- Patriotism, flag-waving and war-making have an interesting history. For most of the 20th century, the Democrats were the party of war and Republicans were isolationist. Wilson took the US into WWI; Republicans wanted to stay home. Roosevelt took the US into WWII; Republicans wanted to stay home. Truman started the Cold War and got the US into the Korean war; Kennedy and Johnson were responsible for Vietnam. That's exactly the opposite of how we think of the Democratic party now; when large numbers of male blue-collar voters switched to the Republicans as a result of the Southern Strategy, the Republicans became the primary party of massive defense spending and spreading democracy by bombing. The Democrats have an uncomfortable alliance on this issue between most of the anti-war voters and an establishment which believes in the occasional "military intervention".

- Socially conservative religion in politics also has an interesting history. Socially conservative religious voters weren't always economically conservative as they (mostly) are today. Especially in rural areas, a preacher could rail against both the greed and the immorality of the big-city businessman. That was a core part of the Populist message. Farmers, especially Western farmers, were mostly Populist and Democratic. In the late 1800s, the Republican "cross of gold" and Eastern business interests were seen as keeping farmers poor. But as small, struggling family farms disappeared over the following century and the remaining farms became million-dollar family businesses, farmers became solidly Republican. The social conservatism and distrust of Eastern elites that characterized Populism remained, though, and Republicans were able, eventually, to tap into both of those currents. This led to the uncomfortable Republican alliance between socially conservative fundamentalists and Republican libertarians.

- Many people moved into cities. Most of those people became big-government Democrats.

- Many people moved into suburbs. Many of those people became swing voters with a Republican lean. They were a big part of the Reagan Revolution. The impact of suburban voting is one of the most complex and interesting parts of the story, and I won't be able to do justice to it. Home ownership, cars, megachurches, insular libertarianism, government safety nets that were an invisible bedrock of suburban life, and families prosperous enough to give higher education to both their sons and their daughters were all part of the changes related to the massive growth of suburbia. Since suburban voters are usually the swing voters who decide elections, they are responsible for most of the compromises and hypocrisies and saying-we'll-radically-transform-America-but-actually-only-tweaking-it that both parties regularly do.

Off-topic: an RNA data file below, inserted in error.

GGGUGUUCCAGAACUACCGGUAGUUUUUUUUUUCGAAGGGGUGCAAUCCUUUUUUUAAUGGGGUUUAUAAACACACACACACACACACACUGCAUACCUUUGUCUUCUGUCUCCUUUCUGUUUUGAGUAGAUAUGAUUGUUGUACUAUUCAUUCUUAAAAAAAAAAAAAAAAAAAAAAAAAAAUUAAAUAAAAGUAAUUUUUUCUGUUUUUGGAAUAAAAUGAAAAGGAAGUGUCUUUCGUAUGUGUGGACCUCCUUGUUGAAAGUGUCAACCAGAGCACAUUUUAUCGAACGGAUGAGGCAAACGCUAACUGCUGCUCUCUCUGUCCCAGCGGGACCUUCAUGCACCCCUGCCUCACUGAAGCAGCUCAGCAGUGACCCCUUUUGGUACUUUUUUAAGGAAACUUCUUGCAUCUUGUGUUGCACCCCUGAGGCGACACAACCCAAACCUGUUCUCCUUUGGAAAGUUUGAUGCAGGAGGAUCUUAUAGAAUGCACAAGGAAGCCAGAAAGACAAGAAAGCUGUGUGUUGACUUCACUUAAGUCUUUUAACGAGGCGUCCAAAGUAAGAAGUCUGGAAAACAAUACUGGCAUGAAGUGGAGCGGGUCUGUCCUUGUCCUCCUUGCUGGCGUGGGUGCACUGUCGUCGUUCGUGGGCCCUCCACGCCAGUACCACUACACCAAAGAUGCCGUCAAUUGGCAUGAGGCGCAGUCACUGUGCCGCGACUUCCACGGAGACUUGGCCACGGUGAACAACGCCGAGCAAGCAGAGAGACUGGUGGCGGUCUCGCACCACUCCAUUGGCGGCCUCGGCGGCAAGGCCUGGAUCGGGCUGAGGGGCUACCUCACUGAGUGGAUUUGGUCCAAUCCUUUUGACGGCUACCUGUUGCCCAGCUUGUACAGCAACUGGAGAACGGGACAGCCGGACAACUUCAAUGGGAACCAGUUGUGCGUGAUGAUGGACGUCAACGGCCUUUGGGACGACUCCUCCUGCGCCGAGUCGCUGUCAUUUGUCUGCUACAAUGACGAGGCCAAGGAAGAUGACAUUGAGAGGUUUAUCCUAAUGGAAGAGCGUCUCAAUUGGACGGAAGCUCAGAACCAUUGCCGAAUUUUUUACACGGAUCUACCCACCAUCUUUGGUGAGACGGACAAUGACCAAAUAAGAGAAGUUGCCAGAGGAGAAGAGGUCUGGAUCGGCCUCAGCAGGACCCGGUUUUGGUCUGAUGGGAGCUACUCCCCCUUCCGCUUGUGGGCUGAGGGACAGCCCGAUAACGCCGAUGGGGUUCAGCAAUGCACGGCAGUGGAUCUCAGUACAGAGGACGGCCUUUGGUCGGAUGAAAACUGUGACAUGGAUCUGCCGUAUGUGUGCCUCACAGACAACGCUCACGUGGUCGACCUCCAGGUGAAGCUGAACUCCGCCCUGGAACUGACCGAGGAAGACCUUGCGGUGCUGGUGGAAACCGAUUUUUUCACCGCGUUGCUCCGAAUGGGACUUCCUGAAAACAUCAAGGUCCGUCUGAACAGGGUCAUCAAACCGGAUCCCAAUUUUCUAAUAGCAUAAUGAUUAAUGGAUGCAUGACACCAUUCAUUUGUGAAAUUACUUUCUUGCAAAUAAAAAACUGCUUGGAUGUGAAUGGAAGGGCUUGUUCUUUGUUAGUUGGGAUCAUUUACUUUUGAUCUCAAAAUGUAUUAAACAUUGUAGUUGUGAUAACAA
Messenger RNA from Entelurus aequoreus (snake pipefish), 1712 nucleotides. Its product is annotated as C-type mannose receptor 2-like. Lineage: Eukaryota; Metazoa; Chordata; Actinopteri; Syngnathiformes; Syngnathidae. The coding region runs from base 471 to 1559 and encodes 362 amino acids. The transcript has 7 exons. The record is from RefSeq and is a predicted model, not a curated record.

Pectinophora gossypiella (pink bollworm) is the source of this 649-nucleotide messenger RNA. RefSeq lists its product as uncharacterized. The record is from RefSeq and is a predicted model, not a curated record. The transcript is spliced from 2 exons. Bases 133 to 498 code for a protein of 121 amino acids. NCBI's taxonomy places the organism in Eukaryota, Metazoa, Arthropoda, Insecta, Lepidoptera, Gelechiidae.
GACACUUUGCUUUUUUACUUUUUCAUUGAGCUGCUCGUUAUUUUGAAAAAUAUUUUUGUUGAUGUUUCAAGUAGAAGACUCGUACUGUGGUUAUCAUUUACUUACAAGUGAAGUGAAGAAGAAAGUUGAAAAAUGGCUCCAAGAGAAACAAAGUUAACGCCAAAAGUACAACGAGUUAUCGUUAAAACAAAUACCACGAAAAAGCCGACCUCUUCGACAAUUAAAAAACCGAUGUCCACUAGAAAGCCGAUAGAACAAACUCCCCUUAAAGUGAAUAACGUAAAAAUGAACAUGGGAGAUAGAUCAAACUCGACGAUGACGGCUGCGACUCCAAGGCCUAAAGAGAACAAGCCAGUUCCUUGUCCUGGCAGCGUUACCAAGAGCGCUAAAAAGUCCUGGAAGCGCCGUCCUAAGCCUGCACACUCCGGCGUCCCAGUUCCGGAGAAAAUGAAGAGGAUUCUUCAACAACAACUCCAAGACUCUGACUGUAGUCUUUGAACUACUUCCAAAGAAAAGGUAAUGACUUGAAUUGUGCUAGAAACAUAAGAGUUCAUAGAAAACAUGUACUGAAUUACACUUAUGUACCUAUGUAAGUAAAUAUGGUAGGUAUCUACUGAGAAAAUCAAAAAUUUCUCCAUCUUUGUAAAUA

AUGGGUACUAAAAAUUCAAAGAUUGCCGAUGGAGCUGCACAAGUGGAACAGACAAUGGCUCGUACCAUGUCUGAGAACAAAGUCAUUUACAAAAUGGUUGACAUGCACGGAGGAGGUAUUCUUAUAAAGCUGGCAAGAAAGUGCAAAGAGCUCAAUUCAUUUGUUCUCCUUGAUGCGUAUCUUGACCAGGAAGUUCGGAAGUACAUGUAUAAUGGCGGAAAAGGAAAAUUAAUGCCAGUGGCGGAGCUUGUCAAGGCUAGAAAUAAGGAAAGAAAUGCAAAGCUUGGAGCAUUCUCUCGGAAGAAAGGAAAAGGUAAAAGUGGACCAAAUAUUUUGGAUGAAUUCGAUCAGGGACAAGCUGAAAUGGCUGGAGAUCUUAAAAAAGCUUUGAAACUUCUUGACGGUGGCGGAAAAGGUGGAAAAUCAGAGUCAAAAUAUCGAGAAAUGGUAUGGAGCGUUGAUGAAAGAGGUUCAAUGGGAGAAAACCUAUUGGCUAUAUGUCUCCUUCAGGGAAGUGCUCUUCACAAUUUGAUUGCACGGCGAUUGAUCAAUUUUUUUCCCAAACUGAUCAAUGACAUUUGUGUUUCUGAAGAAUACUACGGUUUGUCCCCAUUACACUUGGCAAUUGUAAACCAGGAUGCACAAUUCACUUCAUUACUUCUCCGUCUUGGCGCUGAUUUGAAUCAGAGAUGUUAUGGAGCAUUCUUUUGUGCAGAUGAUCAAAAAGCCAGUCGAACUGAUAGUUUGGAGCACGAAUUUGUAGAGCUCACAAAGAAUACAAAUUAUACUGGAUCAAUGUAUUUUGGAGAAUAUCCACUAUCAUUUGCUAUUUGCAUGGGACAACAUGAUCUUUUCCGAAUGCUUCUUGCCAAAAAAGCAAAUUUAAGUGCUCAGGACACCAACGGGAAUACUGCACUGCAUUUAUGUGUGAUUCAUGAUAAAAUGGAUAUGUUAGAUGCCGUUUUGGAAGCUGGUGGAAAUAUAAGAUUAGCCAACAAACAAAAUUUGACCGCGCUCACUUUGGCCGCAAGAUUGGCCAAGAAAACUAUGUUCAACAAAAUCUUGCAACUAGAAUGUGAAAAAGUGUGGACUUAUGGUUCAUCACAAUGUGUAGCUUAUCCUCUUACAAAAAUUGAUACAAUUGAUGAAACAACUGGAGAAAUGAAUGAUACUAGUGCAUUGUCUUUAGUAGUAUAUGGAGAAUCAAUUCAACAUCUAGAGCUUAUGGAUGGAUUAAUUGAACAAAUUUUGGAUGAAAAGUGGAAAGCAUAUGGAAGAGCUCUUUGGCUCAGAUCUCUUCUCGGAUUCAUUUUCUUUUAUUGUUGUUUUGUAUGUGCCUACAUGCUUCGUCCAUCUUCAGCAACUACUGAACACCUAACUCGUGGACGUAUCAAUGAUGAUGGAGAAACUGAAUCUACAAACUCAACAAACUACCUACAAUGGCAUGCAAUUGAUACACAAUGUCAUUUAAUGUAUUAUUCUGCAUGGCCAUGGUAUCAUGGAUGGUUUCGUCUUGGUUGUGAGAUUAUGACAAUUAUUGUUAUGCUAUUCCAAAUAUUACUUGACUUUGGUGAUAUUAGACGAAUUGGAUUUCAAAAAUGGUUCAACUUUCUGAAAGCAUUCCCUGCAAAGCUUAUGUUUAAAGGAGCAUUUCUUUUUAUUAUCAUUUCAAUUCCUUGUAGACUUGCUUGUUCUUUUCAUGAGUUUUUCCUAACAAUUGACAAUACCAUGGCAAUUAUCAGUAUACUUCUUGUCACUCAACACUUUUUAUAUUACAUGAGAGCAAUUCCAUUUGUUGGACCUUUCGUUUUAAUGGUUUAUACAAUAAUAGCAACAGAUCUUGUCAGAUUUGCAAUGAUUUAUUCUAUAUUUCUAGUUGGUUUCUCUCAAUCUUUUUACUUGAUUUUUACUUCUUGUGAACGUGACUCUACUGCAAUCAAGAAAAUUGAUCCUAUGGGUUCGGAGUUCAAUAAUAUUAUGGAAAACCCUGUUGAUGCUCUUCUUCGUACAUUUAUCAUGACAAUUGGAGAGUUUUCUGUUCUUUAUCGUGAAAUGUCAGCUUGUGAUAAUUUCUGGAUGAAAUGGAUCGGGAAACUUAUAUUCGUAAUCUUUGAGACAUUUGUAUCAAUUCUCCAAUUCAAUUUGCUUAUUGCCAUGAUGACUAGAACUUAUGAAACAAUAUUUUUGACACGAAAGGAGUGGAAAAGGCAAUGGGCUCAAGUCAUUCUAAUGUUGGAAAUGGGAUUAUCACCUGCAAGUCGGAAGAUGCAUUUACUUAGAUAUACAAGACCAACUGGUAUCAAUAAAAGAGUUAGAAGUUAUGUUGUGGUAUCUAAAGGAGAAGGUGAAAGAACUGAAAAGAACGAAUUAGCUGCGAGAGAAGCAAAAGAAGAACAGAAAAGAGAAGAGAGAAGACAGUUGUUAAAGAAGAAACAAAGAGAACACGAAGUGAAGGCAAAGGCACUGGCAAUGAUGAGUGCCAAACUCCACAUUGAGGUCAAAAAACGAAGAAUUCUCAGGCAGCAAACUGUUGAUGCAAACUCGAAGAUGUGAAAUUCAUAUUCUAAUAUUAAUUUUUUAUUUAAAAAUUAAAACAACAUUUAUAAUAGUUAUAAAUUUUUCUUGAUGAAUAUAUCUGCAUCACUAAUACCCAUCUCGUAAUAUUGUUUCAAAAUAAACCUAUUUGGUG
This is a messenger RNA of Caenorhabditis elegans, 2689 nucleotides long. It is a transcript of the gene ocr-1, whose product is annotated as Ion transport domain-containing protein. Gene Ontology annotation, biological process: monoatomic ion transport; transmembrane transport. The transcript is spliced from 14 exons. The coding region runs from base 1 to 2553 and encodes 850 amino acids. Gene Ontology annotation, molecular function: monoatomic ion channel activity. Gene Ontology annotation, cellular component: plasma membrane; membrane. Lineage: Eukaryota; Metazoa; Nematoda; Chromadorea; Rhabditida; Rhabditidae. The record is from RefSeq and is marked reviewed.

I've gathered these ideas about the changes in the parties from bits and pieces across a number of books. I'm no expert, and I may have misremembered some parts of it, but hopefully it gives you some leads for your own research. Populists, Progressives, social conservatives and suburbanites have all had a complicated impact on both parties over the course of the 20th century. The Southern Strategy is the biggest single change, but it's not the only one.
posted by clawsoon at 7:00 PM on March 30, 2017 [24 favorites]

As a non-USian I probably learned the most I ever have about American history by reading a book on the Eisenhower years. I can't remember what it was called but there are a lot of excellent ones. In a lot of ways he was the first modern president and a lot changed during his time in power in terms of the way the country worked. I also learned of the immense amount of things Nixon did as his VP, which I had no idea about before that since Nixon is kinda scrubbed from the books and all. I'd start there and work your way back or forwards since there is no way to write about the Eisenhower years without a lot of comparative information.
posted by fshgrl at 7:50 PM on March 30, 2017 [1 favorite]

2016 was a very interesting election in coalition terms. Business interests, outside of the energy industry, swung emphatically to the Democrats depsite being poised to benefit hugely from Trump's cuts in taxes and regulations, which benefits are being realized in the stock market since the election. It will be very interesting to see whether business switches back to the Republicans out of habit / gratitude or decides to keep biting the hand that feeds it.
posted by MattD at 8:37 AM on April 1, 2017

I would highly recommend Richard Hofstadter's "The Idea of a Party System" for the background.
posted by aspersioncast at 6:08 PM on April 3, 2017